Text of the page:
Q&A with Gov. Christie About His Radical School Funding Plan
‘Monumental change’ is how governor describes his reform, but will it meet monumental opposition?
Gov. Chris Christie’s plan this week to dismantle New Jersey’s school-funding formula and replace it with a uniform allotment to every district -- regardless of wealth or poverty -- has drawn far more questions than answers.
Will this only harm urban districts and, in turn, their children? What about charter schools in these same districts? Conversely, is this what suburban schools really want?
NJ Spotlight’s John Mooney was one of three reporters on Wednesday to sit down with the governor for nearly a half-hour to talk about his plan, following his presentation at Hillsborough High School.
Here are excerpts of that conversation
NJ Spotlight: How are you going to go about doing this?
Christie: The Legislature needs to answer for this. They seem to want to amend the constitution at a moment’s notice. Well, this is the single most-important issue to an overwhelming majority of New Jersey, so if we are going to start amending the constitution, let’s get to it on the issue people care about the most … If they put this on the ballot, I believe it would pass with 80 to 85 percent of the vote in a gubernatorial election year.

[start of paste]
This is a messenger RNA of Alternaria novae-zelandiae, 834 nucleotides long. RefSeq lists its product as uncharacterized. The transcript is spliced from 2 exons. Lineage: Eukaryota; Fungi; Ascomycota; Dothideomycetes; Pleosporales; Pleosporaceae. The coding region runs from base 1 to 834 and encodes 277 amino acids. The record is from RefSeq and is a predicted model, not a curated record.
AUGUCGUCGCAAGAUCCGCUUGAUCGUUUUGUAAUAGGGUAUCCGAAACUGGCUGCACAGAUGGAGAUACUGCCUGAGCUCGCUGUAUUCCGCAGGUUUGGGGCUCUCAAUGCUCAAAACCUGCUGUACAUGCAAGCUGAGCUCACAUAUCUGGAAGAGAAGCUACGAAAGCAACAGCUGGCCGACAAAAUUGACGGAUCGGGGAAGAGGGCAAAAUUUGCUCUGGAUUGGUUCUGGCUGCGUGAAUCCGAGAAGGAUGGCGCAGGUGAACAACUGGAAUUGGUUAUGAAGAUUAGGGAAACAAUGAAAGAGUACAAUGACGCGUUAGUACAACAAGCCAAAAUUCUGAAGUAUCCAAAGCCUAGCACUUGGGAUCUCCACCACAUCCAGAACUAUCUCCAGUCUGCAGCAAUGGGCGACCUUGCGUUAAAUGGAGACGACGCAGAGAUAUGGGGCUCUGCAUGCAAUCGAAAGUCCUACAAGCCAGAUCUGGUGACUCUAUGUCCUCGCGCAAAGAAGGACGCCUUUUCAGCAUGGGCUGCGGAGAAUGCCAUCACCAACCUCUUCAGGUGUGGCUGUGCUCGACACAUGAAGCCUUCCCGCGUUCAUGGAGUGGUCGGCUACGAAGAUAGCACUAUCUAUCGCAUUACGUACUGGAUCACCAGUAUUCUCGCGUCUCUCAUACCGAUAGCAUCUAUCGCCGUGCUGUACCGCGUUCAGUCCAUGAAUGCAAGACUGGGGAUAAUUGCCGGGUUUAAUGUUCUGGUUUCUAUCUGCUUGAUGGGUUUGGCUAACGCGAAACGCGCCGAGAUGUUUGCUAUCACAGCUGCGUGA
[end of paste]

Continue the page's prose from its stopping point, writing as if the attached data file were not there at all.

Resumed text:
NJS: Is this replacing New Jersey constitution’s “thorough and efficient” clause?
C: This would add an amendment that every child deserves equal funding in state aid. You can always go above that, as that’s a floor, so for special-needs kids and special education, that is backed out of this. We spend about $170 million on special education, and you’ll note that’s not in this. There will be certain special-education students who need more, and the state will continue to provide more. This is floor, not a ceiling.
NJS: No additional aid for kids who come from disadvantaged backgrounds? Limited-English students? That’s the whole foundation of the existing law.
C: The whole foundation of Abbott v Burke was the inequity in funding between suburban-rural districts and urban districts, and that has not only been eliminated but obliterated in the other direction. So the underpinnings of Abbott no longer exist. You can always deal with special-needs kids, but I do not believe that just your ZIP code is a special need, and we know in looking at charter schools, they are educating those children with special needs, and they’re doing it at a much better success rate than traditional public schools and at a better cost.
Q: Asbury Park now gets $30,000 per student a year from the state. Reducing it to $6,500, how is this going to help urban kids? (Questions marked with a “Q” are not from NJ Spotlight.)
C: They will be forced to make different decisions. Right now, they are on auto pilot. Right now, they get a big check from the state every year, and they are not making any changes in how they educate children, and they are not showing any increase in success. So, as I said in the speech, necessity is the mother of invention.
NJS: There is going to be significant cuts, including in state-run districts that you have invested a lot into. Will Chris Cerf [the Newark superintendent appointed by Christie] want to see his aid cut to $6,000 a kid?